Patiche - 13 stories including 4 novels

Howard including Collaborations & non-Conan rewrites: 33 out of 46, 70%
Only Howard stories as he wrote them: 23 out of 46, 50%

So even being very generous, the absolute top percentage of Howard in the Lancers (and it would be much less, since I have not deducted De Camp & others' contributions to the collaborations & added elements to the non-Conan rewrites) is 70%, not 90%. In actuality, it's probably closer to 50%, and probably even less, since three of the 12 Lancers are novels with zero Howard material, compared to the 1 Howard novel.

The only difference is the added stories create a chronology which makes Conan easily accessable to new readers. I am not aware of any gross misinterpretations of Conan in the Lancer series, but some fragments and outlines of stories were changed, Some say too much, but only with the purpose of uniting the storylines.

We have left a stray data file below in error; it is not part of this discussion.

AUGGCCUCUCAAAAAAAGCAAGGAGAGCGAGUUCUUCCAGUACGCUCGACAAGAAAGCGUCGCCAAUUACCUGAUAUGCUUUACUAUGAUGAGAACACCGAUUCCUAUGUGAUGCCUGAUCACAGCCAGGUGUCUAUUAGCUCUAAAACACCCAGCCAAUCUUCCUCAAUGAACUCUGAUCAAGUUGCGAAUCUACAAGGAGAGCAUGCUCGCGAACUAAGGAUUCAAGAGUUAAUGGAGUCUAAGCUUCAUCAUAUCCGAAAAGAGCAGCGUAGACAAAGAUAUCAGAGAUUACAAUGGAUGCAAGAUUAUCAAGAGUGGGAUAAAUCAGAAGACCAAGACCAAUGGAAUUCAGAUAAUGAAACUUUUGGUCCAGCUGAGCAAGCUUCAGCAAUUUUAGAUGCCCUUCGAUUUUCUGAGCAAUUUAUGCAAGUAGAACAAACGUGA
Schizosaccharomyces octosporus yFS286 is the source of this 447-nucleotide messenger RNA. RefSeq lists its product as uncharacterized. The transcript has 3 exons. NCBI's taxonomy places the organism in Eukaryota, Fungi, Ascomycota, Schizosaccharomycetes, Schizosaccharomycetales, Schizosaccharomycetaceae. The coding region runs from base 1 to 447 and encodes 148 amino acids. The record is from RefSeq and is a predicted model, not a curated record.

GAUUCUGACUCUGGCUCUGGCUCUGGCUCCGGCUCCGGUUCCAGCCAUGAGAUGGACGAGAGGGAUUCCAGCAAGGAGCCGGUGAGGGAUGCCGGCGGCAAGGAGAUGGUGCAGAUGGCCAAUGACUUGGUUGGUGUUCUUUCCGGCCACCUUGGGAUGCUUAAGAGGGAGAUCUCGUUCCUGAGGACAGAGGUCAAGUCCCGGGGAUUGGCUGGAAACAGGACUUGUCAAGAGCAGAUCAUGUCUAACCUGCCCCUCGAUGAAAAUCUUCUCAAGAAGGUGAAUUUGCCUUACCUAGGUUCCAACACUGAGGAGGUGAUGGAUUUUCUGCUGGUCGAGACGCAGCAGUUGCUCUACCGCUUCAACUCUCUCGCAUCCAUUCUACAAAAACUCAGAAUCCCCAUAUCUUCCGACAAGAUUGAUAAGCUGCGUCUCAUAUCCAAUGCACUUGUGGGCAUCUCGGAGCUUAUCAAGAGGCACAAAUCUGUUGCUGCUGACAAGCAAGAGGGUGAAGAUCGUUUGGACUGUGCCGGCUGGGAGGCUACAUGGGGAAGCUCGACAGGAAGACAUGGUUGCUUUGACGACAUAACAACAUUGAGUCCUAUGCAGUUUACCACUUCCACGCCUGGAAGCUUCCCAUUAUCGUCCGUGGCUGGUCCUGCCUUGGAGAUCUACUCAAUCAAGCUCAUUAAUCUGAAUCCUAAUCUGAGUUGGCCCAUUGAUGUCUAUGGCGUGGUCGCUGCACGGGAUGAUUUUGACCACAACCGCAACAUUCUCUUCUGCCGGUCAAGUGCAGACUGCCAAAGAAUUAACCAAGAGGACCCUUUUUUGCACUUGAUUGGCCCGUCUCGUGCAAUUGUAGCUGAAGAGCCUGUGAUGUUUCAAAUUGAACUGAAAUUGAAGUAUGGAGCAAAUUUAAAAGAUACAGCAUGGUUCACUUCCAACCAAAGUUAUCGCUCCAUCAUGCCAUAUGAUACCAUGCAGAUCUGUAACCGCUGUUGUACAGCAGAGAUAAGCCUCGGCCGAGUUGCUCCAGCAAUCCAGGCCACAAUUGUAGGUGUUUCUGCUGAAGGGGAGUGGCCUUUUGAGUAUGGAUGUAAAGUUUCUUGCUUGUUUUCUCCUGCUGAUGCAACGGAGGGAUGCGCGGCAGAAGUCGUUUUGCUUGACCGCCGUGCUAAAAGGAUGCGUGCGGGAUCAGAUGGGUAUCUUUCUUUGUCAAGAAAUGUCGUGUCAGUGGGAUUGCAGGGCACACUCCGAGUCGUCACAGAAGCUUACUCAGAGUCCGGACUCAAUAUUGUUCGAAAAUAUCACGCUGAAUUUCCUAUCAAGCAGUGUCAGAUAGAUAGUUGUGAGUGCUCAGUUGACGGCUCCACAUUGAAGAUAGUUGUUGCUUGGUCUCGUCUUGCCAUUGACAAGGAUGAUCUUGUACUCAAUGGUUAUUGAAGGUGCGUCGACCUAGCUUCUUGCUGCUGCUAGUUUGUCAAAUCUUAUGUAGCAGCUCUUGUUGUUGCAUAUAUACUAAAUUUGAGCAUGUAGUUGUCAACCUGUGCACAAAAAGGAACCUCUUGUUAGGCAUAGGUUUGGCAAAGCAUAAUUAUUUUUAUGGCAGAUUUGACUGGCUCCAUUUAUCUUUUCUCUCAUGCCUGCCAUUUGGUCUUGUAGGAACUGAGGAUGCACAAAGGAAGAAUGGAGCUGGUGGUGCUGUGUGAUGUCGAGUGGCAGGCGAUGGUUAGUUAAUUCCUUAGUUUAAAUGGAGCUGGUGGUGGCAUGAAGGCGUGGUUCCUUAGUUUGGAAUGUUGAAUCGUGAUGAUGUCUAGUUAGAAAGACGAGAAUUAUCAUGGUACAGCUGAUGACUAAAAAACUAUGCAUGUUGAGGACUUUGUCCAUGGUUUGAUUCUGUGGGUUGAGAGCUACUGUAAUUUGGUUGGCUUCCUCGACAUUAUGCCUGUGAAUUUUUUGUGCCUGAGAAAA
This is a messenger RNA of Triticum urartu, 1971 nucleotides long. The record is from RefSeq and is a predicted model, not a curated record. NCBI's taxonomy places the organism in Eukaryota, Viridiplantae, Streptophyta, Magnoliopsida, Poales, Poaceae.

Oh, well that makes it alright then. De Camp gutted "The Black Stranger," adding in a superfluous sorcerer and a needless tie-in to his royal campaign, but because it was in order to "united the storylines" that's aaaaaalll riiiiiggghhht. Except it is not.

The real pastiche gets applied by later authors and comics. AoC suffers some of this as the Cimmeria in the game is purely from a later author's concept and matches none of Howard's descriptions of Cimmeria or Cimmerians. Of course Howard (and DeCamp) never included actual trips to Cimmeria or other Cimmerians because it was a core method of Howard's character development to have Conan be the only Cimmerian we ever meet. Taking Conan back to Cimmeria is such an obvious storyline, but remember that DeCamp followed Howard's lead and never violated that aspect of Conan.

Bladesaint is acting under the impression that De Camp had no say in John Maddox Robert's Conan the Valorous, that he was powerless to stop him from doing this heinous misinterpretation of Howard's character.